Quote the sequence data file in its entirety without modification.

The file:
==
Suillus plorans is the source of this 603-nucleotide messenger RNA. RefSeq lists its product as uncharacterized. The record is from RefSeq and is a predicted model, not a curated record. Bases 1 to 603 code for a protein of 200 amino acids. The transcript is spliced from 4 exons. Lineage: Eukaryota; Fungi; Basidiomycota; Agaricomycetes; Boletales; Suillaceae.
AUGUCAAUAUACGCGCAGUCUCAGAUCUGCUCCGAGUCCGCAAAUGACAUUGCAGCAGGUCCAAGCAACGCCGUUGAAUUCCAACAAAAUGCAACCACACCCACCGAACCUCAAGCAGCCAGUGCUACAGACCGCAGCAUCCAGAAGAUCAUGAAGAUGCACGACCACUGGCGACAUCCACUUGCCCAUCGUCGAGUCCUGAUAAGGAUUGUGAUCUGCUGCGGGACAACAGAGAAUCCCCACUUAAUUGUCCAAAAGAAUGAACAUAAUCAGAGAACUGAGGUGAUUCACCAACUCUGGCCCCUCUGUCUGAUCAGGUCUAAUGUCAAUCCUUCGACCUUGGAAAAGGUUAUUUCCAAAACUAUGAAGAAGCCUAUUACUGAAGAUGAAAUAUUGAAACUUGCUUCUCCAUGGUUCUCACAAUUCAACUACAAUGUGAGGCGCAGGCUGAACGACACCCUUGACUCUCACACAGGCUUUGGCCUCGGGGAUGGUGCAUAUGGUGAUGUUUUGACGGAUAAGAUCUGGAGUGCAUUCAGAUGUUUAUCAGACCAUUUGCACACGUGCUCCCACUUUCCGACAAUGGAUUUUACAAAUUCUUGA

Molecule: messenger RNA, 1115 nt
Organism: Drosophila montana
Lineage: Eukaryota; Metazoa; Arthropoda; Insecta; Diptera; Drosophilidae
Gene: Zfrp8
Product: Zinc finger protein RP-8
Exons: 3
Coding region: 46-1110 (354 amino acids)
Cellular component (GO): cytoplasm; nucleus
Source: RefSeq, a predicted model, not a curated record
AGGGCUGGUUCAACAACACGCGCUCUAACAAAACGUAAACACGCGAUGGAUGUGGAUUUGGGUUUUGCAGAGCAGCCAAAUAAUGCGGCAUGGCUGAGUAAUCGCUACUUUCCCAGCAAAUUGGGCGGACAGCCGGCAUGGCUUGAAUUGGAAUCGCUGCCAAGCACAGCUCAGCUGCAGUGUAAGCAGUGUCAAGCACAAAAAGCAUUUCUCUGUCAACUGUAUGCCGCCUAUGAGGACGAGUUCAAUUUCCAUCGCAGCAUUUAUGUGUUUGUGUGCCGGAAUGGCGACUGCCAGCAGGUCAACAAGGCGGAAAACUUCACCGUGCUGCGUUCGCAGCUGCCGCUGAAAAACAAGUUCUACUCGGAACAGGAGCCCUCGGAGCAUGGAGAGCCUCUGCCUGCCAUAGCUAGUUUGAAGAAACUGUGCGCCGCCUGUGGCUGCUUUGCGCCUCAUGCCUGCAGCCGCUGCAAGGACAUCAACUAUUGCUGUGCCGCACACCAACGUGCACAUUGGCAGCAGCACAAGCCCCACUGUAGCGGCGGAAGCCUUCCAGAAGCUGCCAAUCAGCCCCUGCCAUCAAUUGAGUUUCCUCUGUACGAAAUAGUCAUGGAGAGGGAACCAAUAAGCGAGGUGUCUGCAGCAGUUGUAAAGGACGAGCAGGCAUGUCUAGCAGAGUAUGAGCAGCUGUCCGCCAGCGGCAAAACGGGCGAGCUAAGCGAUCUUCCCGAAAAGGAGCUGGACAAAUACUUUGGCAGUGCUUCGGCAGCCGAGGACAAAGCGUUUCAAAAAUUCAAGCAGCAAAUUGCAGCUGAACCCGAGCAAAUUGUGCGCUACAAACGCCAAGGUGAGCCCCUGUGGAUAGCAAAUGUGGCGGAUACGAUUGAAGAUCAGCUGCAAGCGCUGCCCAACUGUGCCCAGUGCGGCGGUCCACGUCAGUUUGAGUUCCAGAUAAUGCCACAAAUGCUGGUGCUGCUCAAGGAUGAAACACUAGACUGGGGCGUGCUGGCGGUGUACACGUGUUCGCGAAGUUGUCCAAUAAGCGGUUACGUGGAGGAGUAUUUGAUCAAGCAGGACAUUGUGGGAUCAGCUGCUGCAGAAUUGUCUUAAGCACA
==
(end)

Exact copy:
Suillus plorans is the source of this 603-nucleotide messenger RNA. RefSeq lists its product as uncharacterized. The record is from RefSeq and is a predicted model, not a curated record. Bases 1 to 603 code for a protein of 200 amino acids. The transcript is spliced from 4 exons. Lineage: Eukaryota; Fungi; Basidiomycota; Agaricomycetes; Boletales; Suillaceae.
AUGUCAAUAUACGCGCAGUCUCAGAUCUGCUCCGAGUCCGCAAAUGACAUUGCAGCAGGUCCAAGCAACGCCGUUGAAUUCCAACAAAAUGCAACCACACCCACCGAACCUCAAGCAGCCAGUGCUACAGACCGCAGCAUCCAGAAGAUCAUGAAGAUGCACGACCACUGGCGACAUCCACUUGCCCAUCGUCGAGUCCUGAUAAGGAUUGUGAUCUGCUGCGGGACAACAGAGAAUCCCCACUUAAUUGUCCAAAAGAAUGAACAUAAUCAGAGAACUGAGGUGAUUCACCAACUCUGGCCCCUCUGUCUGAUCAGGUCUAAUGUCAAUCCUUCGACCUUGGAAAAGGUUAUUUCCAAAACUAUGAAGAAGCCUAUUACUGAAGAUGAAAUAUUGAAACUUGCUUCUCCAUGGUUCUCACAAUUCAACUACAAUGUGAGGCGCAGGCUGAACGACACCCUUGACUCUCACACAGGCUUUGGCCUCGGGGAUGGUGCAUAUGGUGAUGUUUUGACGGAUAAGAUCUGGAGUGCAUUCAGAUGUUUAUCAGACCAUUUGCACACGUGCUCCCACUUUCCGACAAUGGAUUUUACAAAUUCUUGA

Molecule: messenger RNA, 1115 nt
Organism: Drosophila montana
Lineage: Eukaryota; Metazoa; Arthropoda; Insecta; Diptera; Drosophilidae
Gene: Zfrp8
Product: Zinc finger protein RP-8
Exons: 3
Coding region: 46-1110 (354 amino acids)
Cellular component (GO): cytoplasm; nucleus
Source: RefSeq, a predicted model, not a curated record
AGGGCUGGUUCAACAACACGCGCUCUAACAAAACGUAAACACGCGAUGGAUGUGGAUUUGGGUUUUGCAGAGCAGCCAAAUAAUGCGGCAUGGCUGAGUAAUCGCUACUUUCCCAGCAAAUUGGGCGGACAGCCGGCAUGGCUUGAAUUGGAAUCGCUGCCAAGCACAGCUCAGCUGCAGUGUAAGCAGUGUCAAGCACAAAAAGCAUUUCUCUGUCAACUGUAUGCCGCCUAUGAGGACGAGUUCAAUUUCCAUCGCAGCAUUUAUGUGUUUGUGUGCCGGAAUGGCGACUGCCAGCAGGUCAACAAGGCGGAAAACUUCACCGUGCUGCGUUCGCAGCUGCCGCUGAAAAACAAGUUCUACUCGGAACAGGAGCCCUCGGAGCAUGGAGAGCCUCUGCCUGCCAUAGCUAGUUUGAAGAAACUGUGCGCCGCCUGUGGCUGCUUUGCGCCUCAUGCCUGCAGCCGCUGCAAGGACAUCAACUAUUGCUGUGCCGCACACCAACGUGCACAUUGGCAGCAGCACAAGCCCCACUGUAGCGGCGGAAGCCUUCCAGAAGCUGCCAAUCAGCCCCUGCCAUCAAUUGAGUUUCCUCUGUACGAAAUAGUCAUGGAGAGGGAACCAAUAAGCGAGGUGUCUGCAGCAGUUGUAAAGGACGAGCAGGCAUGUCUAGCAGAGUAUGAGCAGCUGUCCGCCAGCGGCAAAACGGGCGAGCUAAGCGAUCUUCCCGAAAAGGAGCUGGACAAAUACUUUGGCAGUGCUUCGGCAGCCGAGGACAAAGCGUUUCAAAAAUUCAAGCAGCAAAUUGCAGCUGAACCCGAGCAAAUUGUGCGCUACAAACGCCAAGGUGAGCCCCUGUGGAUAGCAAAUGUGGCGGAUACGAUUGAAGAUCAGCUGCAAGCGCUGCCCAACUGUGCCCAGUGCGGCGGUCCACGUCAGUUUGAGUUCCAGAUAAUGCCACAAAUGCUGGUGCUGCUCAAGGAUGAAACACUAGACUGGGGCGUGCUGGCGGUGUACACGUGUUCGCGAAGUUGUCCAAUAAGCGGUUACGUGGAGGAGUAUUUGAUCAAGCAGGACAUUGUGGGAUCAGCUGCUGCAGAAUUGUCUUAAGCACA